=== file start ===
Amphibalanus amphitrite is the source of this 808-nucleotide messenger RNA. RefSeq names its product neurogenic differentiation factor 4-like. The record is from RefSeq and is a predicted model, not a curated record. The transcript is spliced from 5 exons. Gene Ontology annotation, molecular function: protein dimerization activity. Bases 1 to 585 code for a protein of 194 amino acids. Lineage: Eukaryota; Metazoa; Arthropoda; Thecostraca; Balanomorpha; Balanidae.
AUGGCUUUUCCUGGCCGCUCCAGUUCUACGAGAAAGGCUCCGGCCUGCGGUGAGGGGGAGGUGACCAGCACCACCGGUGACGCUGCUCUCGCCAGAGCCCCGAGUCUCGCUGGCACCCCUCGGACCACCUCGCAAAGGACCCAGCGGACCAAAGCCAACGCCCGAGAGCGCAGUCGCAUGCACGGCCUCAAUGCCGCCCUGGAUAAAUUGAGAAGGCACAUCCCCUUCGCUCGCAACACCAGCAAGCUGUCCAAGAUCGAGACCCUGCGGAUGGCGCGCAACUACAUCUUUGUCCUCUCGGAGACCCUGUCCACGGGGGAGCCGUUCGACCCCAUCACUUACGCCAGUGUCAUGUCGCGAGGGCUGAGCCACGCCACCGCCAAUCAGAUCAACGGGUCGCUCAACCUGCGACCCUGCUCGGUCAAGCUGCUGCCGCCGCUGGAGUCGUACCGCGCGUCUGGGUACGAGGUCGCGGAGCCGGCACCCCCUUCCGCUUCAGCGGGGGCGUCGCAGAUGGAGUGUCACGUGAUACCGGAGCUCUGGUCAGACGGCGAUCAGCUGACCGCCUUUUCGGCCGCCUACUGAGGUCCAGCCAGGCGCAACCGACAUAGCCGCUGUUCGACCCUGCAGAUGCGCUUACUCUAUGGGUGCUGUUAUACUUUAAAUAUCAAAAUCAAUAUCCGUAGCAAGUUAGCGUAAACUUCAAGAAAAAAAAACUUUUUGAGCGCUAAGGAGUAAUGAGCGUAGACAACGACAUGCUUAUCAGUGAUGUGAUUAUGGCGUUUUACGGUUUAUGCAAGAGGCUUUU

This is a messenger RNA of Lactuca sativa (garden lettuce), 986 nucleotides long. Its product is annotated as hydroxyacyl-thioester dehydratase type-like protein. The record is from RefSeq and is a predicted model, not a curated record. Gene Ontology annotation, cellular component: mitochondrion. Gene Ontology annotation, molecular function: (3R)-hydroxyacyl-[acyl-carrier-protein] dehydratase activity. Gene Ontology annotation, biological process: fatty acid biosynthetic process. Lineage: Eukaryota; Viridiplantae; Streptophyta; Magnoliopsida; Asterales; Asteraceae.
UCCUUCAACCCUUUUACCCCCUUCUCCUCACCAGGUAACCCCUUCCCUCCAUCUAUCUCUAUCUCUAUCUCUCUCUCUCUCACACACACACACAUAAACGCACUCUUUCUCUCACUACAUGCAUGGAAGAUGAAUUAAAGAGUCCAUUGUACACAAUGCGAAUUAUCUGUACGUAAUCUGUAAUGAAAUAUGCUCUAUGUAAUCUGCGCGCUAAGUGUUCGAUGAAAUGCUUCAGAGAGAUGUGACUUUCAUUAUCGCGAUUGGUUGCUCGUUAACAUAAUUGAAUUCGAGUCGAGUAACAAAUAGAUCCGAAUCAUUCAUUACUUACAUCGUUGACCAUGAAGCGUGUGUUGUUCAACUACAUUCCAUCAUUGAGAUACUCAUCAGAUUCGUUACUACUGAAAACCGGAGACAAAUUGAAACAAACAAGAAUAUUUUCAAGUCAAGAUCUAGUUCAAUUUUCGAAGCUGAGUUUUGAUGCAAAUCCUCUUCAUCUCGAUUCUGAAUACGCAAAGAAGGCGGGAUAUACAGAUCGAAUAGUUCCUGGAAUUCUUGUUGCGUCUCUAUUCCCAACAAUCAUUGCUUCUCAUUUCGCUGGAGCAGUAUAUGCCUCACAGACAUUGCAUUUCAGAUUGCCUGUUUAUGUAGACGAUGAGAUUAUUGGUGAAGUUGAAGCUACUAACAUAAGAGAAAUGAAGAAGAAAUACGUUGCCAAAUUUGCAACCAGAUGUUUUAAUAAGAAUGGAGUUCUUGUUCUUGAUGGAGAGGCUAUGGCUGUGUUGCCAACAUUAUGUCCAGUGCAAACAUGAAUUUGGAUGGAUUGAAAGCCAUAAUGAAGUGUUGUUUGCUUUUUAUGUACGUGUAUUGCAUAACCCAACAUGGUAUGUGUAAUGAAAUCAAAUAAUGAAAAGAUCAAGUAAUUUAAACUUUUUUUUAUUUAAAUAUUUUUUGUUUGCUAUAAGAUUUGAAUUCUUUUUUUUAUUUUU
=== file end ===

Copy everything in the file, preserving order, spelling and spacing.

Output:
Amphibalanus amphitrite is the source of this 808-nucleotide messenger RNA. RefSeq names its product neurogenic differentiation factor 4-like. The record is from RefSeq and is a predicted model, not a curated record. The transcript is spliced from 5 exons. Gene Ontology annotation, molecular function: protein dimerization activity. Bases 1 to 585 code for a protein of 194 amino acids. Lineage: Eukaryota; Metazoa; Arthropoda; Thecostraca; Balanomorpha; Balanidae.
AUGGCUUUUCCUGGCCGCUCCAGUUCUACGAGAAAGGCUCCGGCCUGCGGUGAGGGGGAGGUGACCAGCACCACCGGUGACGCUGCUCUCGCCAGAGCCCCGAGUCUCGCUGGCACCCCUCGGACCACCUCGCAAAGGACCCAGCGGACCAAAGCCAACGCCCGAGAGCGCAGUCGCAUGCACGGCCUCAAUGCCGCCCUGGAUAAAUUGAGAAGGCACAUCCCCUUCGCUCGCAACACCAGCAAGCUGUCCAAGAUCGAGACCCUGCGGAUGGCGCGCAACUACAUCUUUGUCCUCUCGGAGACCCUGUCCACGGGGGAGCCGUUCGACCCCAUCACUUACGCCAGUGUCAUGUCGCGAGGGCUGAGCCACGCCACCGCCAAUCAGAUCAACGGGUCGCUCAACCUGCGACCCUGCUCGGUCAAGCUGCUGCCGCCGCUGGAGUCGUACCGCGCGUCUGGGUACGAGGUCGCGGAGCCGGCACCCCCUUCCGCUUCAGCGGGGGCGUCGCAGAUGGAGUGUCACGUGAUACCGGAGCUCUGGUCAGACGGCGAUCAGCUGACCGCCUUUUCGGCCGCCUACUGAGGUCCAGCCAGGCGCAACCGACAUAGCCGCUGUUCGACCCUGCAGAUGCGCUUACUCUAUGGGUGCUGUUAUACUUUAAAUAUCAAAAUCAAUAUCCGUAGCAAGUUAGCGUAAACUUCAAGAAAAAAAAACUUUUUGAGCGCUAAGGAGUAAUGAGCGUAGACAACGACAUGCUUAUCAGUGAUGUGAUUAUGGCGUUUUACGGUUUAUGCAAGAGGCUUUU

This is a messenger RNA of Lactuca sativa (garden lettuce), 986 nucleotides long. Its product is annotated as hydroxyacyl-thioester dehydratase type-like protein. The record is from RefSeq and is a predicted model, not a curated record. Gene Ontology annotation, cellular component: mitochondrion. Gene Ontology annotation, molecular function: (3R)-hydroxyacyl-[acyl-carrier-protein] dehydratase activity. Gene Ontology annotation, biological process: fatty acid biosynthetic process. Lineage: Eukaryota; Viridiplantae; Streptophyta; Magnoliopsida; Asterales; Asteraceae.
UCCUUCAACCCUUUUACCCCCUUCUCCUCACCAGGUAACCCCUUCCCUCCAUCUAUCUCUAUCUCUAUCUCUCUCUCUCUCACACACACACACAUAAACGCACUCUUUCUCUCACUACAUGCAUGGAAGAUGAAUUAAAGAGUCCAUUGUACACAAUGCGAAUUAUCUGUACGUAAUCUGUAAUGAAAUAUGCUCUAUGUAAUCUGCGCGCUAAGUGUUCGAUGAAAUGCUUCAGAGAGAUGUGACUUUCAUUAUCGCGAUUGGUUGCUCGUUAACAUAAUUGAAUUCGAGUCGAGUAACAAAUAGAUCCGAAUCAUUCAUUACUUACAUCGUUGACCAUGAAGCGUGUGUUGUUCAACUACAUUCCAUCAUUGAGAUACUCAUCAGAUUCGUUACUACUGAAAACCGGAGACAAAUUGAAACAAACAAGAAUAUUUUCAAGUCAAGAUCUAGUUCAAUUUUCGAAGCUGAGUUUUGAUGCAAAUCCUCUUCAUCUCGAUUCUGAAUACGCAAAGAAGGCGGGAUAUACAGAUCGAAUAGUUCCUGGAAUUCUUGUUGCGUCUCUAUUCCCAACAAUCAUUGCUUCUCAUUUCGCUGGAGCAGUAUAUGCCUCACAGACAUUGCAUUUCAGAUUGCCUGUUUAUGUAGACGAUGAGAUUAUUGGUGAAGUUGAAGCUACUAACAUAAGAGAAAUGAAGAAGAAAUACGUUGCCAAAUUUGCAACCAGAUGUUUUAAUAAGAAUGGAGUUCUUGUUCUUGAUGGAGAGGCUAUGGCUGUGUUGCCAACAUUAUGUCCAGUGCAAACAUGAAUUUGGAUGGAUUGAAAGCCAUAAUGAAGUGUUGUUUGCUUUUUAUGUACGUGUAUUGCAUAACCCAACAUGGUAUGUGUAAUGAAAUCAAAUAAUGAAAAGAUCAAGUAAUUUAAACUUUUUUUUAUUUAAAUAUUUUUUGUUUGCUAUAAGAUUUGAAUUCUUUUUUUUAUUUUU